Weekly News Bulletin 

Wednesday 31st August 2022

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Children England News

Urgent request: the impact of the cost of living crisis
Is the steep rise in costs such as fuel and energy affecting your charity? Please complete the NCVO survey asap (today if possible!) so that infrastructure bodies like NCVO and Children England can share this evidence with government and seek tailored support for our sector. It asks for information about demand for support, energy and wider costs, and the impact that not receiving additional financial support will have on organisations and communities. Apologies for the short notice: government has asked for evidence with a very tight turnaround.

NCVO Chief Executive Sarah Vibert has written a blog describing the concerns charities are expressing to her including a 300% rise in energy costs.

Regional Care Co-operatives: a view from our CEO Kathy
"At best, it simply reorganises public procurement by adding a new layer of procurement decision-making and a wealth of new bureaucracy, making the RCC a fee-charging supplier of care to each council, as well as hoping it could strike tougher financial deals with the care companies they would still be relying on.

This idea places even more faith in market forces (and ‘customer power’) to deliver a solution to a public service disaster created by relying on market forces in the first place."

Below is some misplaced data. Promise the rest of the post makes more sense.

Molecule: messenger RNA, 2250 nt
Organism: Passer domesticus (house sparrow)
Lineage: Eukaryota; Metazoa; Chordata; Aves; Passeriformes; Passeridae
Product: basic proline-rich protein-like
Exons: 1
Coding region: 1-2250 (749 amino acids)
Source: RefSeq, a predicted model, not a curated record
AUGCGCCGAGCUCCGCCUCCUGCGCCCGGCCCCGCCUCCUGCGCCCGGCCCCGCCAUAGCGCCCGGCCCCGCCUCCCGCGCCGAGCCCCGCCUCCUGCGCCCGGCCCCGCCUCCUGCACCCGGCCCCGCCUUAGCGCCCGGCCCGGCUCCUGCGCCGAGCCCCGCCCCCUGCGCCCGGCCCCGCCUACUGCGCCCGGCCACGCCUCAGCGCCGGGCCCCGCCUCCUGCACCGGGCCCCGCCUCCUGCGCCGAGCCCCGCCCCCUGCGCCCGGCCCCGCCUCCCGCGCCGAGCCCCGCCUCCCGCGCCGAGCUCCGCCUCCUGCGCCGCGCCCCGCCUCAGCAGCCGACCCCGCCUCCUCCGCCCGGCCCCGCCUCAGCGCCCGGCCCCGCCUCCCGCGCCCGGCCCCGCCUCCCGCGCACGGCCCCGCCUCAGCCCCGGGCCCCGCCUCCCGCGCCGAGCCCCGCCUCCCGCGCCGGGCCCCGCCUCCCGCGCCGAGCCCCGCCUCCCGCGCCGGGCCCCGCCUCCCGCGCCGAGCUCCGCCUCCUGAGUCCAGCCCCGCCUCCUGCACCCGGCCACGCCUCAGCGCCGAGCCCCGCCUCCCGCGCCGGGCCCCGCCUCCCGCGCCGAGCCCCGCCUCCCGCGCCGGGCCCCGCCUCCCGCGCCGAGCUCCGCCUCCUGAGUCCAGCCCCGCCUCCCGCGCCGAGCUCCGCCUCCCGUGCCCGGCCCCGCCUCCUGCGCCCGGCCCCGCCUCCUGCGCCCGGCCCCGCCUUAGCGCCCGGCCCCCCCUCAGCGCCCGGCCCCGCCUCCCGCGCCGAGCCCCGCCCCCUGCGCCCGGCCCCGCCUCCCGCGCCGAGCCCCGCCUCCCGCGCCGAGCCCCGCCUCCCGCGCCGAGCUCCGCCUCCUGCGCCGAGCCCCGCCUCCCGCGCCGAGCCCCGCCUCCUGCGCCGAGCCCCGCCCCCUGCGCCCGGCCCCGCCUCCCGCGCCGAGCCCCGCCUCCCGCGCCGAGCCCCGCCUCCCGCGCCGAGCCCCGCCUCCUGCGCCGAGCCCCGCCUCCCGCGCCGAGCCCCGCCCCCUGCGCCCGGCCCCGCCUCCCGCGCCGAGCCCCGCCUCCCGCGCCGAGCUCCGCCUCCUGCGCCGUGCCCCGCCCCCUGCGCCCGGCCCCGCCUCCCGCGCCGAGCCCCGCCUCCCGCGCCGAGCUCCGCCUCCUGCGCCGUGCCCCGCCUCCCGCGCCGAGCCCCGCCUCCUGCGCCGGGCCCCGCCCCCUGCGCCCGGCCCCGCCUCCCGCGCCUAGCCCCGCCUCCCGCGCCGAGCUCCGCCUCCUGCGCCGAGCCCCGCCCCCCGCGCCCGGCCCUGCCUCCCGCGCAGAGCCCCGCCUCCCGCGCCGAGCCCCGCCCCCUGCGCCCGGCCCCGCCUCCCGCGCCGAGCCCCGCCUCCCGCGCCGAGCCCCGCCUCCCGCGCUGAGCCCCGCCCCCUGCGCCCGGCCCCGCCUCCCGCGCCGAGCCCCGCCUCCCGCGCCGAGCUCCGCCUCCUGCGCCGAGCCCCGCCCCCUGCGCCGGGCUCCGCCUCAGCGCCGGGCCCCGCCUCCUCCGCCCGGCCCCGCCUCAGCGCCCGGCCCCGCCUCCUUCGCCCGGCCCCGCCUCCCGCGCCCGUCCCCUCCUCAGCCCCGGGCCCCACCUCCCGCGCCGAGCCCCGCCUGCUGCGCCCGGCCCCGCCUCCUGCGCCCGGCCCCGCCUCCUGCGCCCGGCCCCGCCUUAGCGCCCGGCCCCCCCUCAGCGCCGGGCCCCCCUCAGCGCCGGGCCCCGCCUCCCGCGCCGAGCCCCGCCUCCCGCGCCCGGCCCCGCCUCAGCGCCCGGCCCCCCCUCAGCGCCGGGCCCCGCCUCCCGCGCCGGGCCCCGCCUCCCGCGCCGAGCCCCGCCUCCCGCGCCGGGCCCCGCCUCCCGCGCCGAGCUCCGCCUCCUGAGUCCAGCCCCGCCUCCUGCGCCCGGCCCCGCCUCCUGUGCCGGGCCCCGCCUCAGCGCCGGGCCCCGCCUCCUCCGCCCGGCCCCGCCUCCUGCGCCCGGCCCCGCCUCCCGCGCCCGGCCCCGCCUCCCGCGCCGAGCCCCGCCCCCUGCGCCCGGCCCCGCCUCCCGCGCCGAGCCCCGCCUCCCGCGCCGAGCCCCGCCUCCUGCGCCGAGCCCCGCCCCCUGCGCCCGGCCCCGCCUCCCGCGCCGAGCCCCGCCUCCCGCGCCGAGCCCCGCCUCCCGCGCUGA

Read Kathy's full article on the Care Review's proposal for Regional Care Co-operatives in the MJ online. 


Government and Parliamentary News 

Time unaccompanied children spend in hotels reduced from ten to five days
The Home Office has announced that local authorities will have five, instead of ten, days to move unaccompanied asylum seeking children from emergency hotel accommodation into proper care placements. Councils will receive an additional £2,000 per child per month for the first three months if they move the child from a hotel to a placement within five working days. The Home Office has made further changes which means councils have to work to create placements based on a minimum of 0.1% unaccompanied children (rather than the previous 0.7%)  as a percentage of their overall child population.